Consumer Fraud

OSHA Sides With Whistleblower In Retaliation Case Against Vermont Realty Co

whistleblower retaliation 280x210 OSHA Sides With Whistleblower In Retaliation Case Against Vermont Realty CoFederal authorities took the side of a whistleblower who complained that his employer, a Vermont real estate company, fired him in retaliation for reporting what he believed were illegal transactions within the company.

The U.S. Occupational Safety and Health Administration (OSHA) said it ordered Hermitage Club Realty LLC to pay the former employee/whistleblower $42,693 in back pay, bonuses, and compensatory damages.

Hermitage Club Realty, the on-site realty agency of a luxury ski and golf development in Wilmington, Vermont, fired the employee on Dec. 18, 2017, after he filed a formal complaint with Vermont regulators, according to OSHA.

OSHA investigated the employee’s complaint and determined that the company’s actions violated the whistleblower provisions of the Consumer Financial Protection Act (CFPA) of 2011, which prohibits employers from retaliating against “covered” employees for engaging in “protected activity.”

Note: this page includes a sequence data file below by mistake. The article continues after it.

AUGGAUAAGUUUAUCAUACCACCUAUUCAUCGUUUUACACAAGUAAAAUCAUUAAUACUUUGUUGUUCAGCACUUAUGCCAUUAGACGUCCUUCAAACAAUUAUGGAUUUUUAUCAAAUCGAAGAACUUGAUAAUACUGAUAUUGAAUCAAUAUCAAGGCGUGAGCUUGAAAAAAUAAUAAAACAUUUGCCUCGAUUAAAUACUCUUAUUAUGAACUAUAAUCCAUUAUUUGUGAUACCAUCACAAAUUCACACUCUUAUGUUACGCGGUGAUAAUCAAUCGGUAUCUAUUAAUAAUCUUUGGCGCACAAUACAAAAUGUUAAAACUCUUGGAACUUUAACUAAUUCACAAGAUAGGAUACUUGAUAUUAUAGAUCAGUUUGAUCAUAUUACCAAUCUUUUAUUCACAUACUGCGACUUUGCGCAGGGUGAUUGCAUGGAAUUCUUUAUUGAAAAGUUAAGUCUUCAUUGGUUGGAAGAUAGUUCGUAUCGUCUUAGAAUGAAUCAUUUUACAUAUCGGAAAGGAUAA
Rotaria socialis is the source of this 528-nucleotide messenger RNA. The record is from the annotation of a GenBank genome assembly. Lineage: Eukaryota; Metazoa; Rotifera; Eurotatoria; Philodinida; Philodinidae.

Congress passed the CFPA after the housing market collapse of the late 2000s, which many blamed on illegal lending practices and other unlawful activity.

“OSHA’s investigation confirmed the complainant appropriately alerted state regulators,” said OSHA Regional Administrator Galen Blanton. “CFPA prohibits retaliation against whistleblowers for reporting activities that they reasonably believe violate federal consumer financial protection laws to state regulators.”

In addition to back pay and damages, OSHA also ordered Hermitage Club Realty to erase from the whistleblower’s employment record any references to him exercising his CFPA rights. OSHA also ordered the company to refrain from retaliating or discriminating against the complainant, and to post a notice about OSHA’s findings in the case in a conspicuous place in or around its facility.

Both the company and the whistleblower have the right to appeal OSHA’s order to the agency’s Office of Administrative Law Judges.